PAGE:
MOSCOW -- As Mikhail Gorbachev's expanding economic reforms begin to trample more heavily on seven decades of Soviet ideology and entrenched interests, resistance to his plans will grow stronger, according to some of the Soviet leader's best-known supporters.

In the past few weeks, Gorbachev has called for an increased emphasis on family farms and a cutback on collective and state farms. He has defied the traditional fear of the "foreign exploiter" by permitting western firms to own majority interests in joint ventures here. His finance minister, Boris Gostev, has even floated the idea of creating a Soviet version of the stock market.

But according to a number of proreform Soviet scholars who met here last week with a similar group of visiting Americans, Gorbachev is perpetually in danger of outrunning his own people, of pushing them too far too fast. Although they all acknowledged that the Soviet Union -- with its crumbling infrastructure, isolated economy and lack of modern technology -- cannot afford time or half-measures, they agreed that Gorbachev is being forced constantly to balance political risks against economic needs.

"The vast majority of people are against radical change, though not perestroika {Gorbachev's program of restructuring} in general," said Leonid Botkin, a prominent historian at the Soviet Academy of Sciences. "The lower down you go, the greater the resistance. But it's not because those people are more conservative, it is because they are dealing with the real details of change."

At last week's conference, historian Yuri Afanasyev, economist Nikolai Shmelyov, human rights activist Andrei Sakharov and other proreform figures described a political culture in which 71 years of accumulated ideology acts as a braking force on economic reform.

"We have to get rid of this perversion of an egalitarian tradition," Shmelyov said. But, he added, "Socialism is still our national religion. Four generations have been brought up on socialism, and we are not prepared to give it up."

"The point is, we need to rethink the whole idea of socialism and what it means," Afanasyev said. "We can't rely on notions that have been proved wrong and ineffective long ago."

Gorbachev has had to withhold some measures that are vital to the rebuilding of the economy. To soothe the people's fear of inflation, he has put off for years retail price reforms that would end state subsidies on basic commodities. Only the most radical economists dare talk now about making the ruble an internationally convertible currency in the near future.

For western scholars like Ed A. Hewett of the Brookings Institution, the delays are costing the Soviet economy time that it may not have and postpone pain that is inevitable.

"Look, perestroika is a very polite phrase for firing a lot of people, moving people around and closing a lot of bad enterprises," Hewett said. "When you start having strikes, then I'll say you have real reform."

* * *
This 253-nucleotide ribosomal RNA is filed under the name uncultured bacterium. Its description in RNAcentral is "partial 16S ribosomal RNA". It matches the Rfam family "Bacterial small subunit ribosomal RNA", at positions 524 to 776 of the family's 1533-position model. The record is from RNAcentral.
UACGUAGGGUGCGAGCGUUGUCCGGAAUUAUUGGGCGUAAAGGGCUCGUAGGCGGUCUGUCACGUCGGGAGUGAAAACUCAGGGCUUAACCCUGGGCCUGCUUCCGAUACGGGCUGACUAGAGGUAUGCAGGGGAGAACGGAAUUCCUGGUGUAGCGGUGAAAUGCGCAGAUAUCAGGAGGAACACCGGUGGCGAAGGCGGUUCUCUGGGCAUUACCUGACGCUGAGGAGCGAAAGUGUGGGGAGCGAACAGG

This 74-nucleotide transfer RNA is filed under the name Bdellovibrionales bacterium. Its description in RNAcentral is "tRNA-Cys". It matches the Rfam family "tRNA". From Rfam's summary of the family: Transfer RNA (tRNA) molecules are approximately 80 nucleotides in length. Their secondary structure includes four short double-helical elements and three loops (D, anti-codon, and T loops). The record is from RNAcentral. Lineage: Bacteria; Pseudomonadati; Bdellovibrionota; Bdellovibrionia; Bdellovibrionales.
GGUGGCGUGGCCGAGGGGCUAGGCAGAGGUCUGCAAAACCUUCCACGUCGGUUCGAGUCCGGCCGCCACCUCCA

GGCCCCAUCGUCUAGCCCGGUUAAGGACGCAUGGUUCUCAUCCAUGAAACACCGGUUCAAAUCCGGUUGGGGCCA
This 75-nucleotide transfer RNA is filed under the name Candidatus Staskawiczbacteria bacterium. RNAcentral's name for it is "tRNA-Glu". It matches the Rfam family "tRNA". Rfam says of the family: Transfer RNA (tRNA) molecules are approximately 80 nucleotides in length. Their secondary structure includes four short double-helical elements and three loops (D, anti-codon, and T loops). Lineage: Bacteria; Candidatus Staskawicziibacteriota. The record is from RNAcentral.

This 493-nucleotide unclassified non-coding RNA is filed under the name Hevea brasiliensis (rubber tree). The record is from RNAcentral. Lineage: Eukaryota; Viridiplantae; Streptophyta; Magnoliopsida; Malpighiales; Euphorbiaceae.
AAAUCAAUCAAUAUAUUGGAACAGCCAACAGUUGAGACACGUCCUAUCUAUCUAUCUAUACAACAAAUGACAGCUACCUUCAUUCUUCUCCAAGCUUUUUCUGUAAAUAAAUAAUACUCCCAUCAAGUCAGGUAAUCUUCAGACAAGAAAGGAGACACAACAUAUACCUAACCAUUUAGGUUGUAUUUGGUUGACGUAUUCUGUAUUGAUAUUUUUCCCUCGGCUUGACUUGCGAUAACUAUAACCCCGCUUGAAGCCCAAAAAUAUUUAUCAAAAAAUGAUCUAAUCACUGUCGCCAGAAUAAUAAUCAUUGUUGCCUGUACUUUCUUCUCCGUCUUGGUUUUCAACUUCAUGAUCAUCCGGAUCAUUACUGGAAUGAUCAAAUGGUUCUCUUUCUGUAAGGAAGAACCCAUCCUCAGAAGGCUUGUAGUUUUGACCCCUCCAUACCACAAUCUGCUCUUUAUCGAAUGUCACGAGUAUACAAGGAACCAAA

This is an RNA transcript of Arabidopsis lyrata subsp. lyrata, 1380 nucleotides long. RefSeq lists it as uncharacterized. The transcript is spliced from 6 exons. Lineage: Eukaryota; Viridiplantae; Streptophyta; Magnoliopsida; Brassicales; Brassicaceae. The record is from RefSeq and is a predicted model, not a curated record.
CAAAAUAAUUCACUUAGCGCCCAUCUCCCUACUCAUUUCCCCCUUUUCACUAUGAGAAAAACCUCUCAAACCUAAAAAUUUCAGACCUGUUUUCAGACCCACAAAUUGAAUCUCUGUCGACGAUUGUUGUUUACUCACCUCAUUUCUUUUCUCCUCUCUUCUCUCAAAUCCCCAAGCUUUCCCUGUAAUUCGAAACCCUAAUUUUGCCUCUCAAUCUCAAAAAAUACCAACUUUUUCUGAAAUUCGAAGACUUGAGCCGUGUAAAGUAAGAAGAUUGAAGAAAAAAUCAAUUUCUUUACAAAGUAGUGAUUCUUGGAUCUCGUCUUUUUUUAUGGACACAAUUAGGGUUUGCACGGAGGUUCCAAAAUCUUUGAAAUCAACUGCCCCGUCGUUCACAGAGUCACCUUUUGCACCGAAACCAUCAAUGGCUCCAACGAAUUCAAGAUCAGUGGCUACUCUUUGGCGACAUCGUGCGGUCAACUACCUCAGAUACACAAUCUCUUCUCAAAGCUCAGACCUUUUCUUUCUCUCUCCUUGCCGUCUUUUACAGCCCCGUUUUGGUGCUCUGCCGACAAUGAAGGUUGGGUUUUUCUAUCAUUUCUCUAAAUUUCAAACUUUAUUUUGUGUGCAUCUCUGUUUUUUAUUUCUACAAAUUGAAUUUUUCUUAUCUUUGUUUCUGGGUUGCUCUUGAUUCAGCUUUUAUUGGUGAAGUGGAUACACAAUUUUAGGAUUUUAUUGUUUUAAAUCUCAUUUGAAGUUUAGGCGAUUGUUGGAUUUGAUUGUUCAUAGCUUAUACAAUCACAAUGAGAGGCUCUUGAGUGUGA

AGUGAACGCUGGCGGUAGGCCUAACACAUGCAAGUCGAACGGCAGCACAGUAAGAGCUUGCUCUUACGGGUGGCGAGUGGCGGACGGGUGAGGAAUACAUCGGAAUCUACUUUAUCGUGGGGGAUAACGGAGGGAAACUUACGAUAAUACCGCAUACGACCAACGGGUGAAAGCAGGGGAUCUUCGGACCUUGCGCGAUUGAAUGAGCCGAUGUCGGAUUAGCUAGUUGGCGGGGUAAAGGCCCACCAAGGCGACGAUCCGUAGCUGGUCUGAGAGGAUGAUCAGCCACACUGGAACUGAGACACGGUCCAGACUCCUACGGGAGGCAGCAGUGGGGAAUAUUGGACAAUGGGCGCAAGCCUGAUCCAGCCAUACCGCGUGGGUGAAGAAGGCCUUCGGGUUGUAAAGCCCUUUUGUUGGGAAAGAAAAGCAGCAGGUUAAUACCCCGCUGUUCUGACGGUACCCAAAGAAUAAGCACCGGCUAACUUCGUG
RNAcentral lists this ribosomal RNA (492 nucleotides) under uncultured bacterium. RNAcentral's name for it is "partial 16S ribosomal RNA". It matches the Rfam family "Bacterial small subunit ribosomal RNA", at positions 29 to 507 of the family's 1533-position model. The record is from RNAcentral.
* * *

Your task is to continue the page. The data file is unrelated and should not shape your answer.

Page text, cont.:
But even now, the conferees agreed, people have been worn down by the demands made of them and the lack of results. "Our people are tired," said Vitali Korotich, editor of Ogonyok magazine, which has championed Gorbachev's reform drive. Enthusiasm is waning. According to economist Pavel Bunich, "There has been a decline in the supporters of perestroika -- probably a 10 percent drop."

It has been easier, some conferees suggested, for Gorbachev to defeat or neutralize political opponents in the Communist Party leadership than in the huge Soviet bureaucracy. His attempt to cut personnel in the Soviet planning ministries by 30 to 50 percent has been a failure, Shmelyov pointed out. In agriculture alone, there are 3 million people who are considered administrators. These people, Shmelyov said, realize that they are doomed by an agricultural program that will take land and power from them and lease it to family farmers.

Then there are ideas even Gorbachev cannot dare propose. Take the concept of private property, said Shmelyov, whose radical essays on economics have been influential in the Kremlin. "I don't deny the fact that private ownership would improve our economy. Theoretically, it is possible. But not practically. The first private enterprise that went up here would be burned down by the people in the street."

Even more troubling for some of the western scholars was the question of Gorbachev's idea of the Soviet future.

"What do you see as your goals?" asked David Shipler, a former Moscow correspondent for The New York Times and now a scholar at the Carnegie Endowment. "What would a socialist market economy look like?" asked Hewett. "Will I be able to distinguish it from Sweden or the United States as a socialist economy? I find a strong consensus on what you find wrong with the past, but where are you going?"

The point seemed to leave some of the best minds of the Soviet reform movement -- Shmelyov, Sakharov, Afanasyev, Bunich, Botkin -- at something of a loss. All day long they avoided the question.

"No one knows exactly what Gorbachev is thinking about during his sleepless nights," Botkin said.

"Personally, I think reform is doomed to success," Shmelyov said in the end, "but the process will be protracted and agonizing."